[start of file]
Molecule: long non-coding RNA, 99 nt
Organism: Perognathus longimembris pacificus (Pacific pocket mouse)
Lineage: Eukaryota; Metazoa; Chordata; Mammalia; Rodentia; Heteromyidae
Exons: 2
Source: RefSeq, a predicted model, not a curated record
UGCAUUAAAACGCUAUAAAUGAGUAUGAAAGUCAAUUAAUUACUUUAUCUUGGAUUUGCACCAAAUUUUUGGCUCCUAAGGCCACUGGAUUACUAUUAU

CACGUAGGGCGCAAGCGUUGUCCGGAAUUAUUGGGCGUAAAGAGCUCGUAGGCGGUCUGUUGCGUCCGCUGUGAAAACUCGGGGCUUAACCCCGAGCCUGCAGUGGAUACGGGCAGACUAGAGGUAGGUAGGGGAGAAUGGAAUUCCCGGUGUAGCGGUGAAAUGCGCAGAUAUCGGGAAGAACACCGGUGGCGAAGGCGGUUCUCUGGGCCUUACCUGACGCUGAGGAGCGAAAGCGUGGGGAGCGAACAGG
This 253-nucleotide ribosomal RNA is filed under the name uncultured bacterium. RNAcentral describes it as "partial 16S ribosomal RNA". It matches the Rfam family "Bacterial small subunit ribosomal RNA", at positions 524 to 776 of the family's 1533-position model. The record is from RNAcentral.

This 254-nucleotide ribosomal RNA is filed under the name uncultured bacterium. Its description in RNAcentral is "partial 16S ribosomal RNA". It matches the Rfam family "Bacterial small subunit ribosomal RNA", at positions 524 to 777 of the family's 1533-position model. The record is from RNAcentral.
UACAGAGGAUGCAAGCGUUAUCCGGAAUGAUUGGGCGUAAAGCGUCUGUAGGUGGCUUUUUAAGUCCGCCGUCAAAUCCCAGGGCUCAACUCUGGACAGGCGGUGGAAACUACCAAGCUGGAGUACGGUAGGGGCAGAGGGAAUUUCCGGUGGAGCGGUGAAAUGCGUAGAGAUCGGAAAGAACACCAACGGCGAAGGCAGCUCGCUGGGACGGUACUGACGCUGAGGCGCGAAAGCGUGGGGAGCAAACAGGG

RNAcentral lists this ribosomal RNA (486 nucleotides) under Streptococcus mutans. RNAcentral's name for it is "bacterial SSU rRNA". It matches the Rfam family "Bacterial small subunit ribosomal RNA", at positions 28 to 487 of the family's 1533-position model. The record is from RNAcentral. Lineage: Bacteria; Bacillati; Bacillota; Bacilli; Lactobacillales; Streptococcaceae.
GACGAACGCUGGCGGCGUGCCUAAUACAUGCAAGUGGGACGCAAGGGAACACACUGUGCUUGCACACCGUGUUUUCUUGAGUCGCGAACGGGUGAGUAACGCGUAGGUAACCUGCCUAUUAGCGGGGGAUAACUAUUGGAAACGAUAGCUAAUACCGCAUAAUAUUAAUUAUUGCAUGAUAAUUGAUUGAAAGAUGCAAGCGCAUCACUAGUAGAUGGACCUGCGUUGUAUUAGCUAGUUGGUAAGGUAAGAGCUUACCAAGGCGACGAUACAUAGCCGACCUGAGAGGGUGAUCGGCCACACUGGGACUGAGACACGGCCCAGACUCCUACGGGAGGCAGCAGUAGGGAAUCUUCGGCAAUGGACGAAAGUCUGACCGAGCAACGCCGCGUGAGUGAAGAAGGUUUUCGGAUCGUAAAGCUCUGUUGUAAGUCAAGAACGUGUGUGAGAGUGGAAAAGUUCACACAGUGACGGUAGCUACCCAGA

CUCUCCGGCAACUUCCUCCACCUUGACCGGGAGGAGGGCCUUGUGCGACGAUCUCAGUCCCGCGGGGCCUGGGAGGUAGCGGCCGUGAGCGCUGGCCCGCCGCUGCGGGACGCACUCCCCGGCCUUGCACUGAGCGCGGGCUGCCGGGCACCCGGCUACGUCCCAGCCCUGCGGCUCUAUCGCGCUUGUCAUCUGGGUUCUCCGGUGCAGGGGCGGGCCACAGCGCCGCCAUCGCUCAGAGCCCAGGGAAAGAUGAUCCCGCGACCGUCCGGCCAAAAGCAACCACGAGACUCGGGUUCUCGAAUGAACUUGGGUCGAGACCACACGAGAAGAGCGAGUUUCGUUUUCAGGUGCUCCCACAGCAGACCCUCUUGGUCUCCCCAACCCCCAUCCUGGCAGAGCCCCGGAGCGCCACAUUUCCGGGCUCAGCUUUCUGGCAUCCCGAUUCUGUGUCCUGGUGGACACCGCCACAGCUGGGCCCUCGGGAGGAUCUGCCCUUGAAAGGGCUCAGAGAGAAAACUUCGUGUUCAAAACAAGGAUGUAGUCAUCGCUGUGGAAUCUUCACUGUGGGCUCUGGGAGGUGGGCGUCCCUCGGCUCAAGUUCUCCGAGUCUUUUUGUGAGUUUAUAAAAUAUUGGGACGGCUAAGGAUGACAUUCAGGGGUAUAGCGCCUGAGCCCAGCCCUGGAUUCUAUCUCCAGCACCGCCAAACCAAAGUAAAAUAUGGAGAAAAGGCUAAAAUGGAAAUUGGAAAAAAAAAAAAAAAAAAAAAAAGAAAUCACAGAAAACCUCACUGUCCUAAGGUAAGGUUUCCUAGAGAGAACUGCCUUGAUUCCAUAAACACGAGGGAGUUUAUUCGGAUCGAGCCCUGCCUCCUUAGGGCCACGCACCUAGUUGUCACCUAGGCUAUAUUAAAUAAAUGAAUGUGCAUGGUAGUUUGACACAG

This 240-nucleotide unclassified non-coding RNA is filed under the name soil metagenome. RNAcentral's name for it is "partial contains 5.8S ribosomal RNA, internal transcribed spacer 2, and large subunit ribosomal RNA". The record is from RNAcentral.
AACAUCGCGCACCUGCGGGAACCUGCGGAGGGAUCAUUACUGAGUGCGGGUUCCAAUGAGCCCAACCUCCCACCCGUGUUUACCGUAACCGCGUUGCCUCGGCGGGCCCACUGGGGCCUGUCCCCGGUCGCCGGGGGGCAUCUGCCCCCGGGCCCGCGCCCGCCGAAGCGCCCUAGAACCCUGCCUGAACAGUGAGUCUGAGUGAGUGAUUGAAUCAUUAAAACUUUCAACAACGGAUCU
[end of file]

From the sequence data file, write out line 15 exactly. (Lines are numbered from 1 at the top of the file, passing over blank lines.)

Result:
AACAUCGCGCACCUGCGGGAACCUGCGGAGGGAUCAUUACUGAGUGCGGGUUCCAAUGAGCCCAACCUCCCACCCGUGUUUACCGUAACCGCGUUGCCUCGGCGGGCCCACUGGGGCCUGUCCCCGGUCGCCGGGGGGCAUCUGCCCCCGGGCCCGCGCCCGCCGAAGCGCCCUAGAACCCUGCCUGAACAGUGAGUCUGAGUGAGUGAUUGAAUCAUUAAAACUUUCAACAACGGAUCU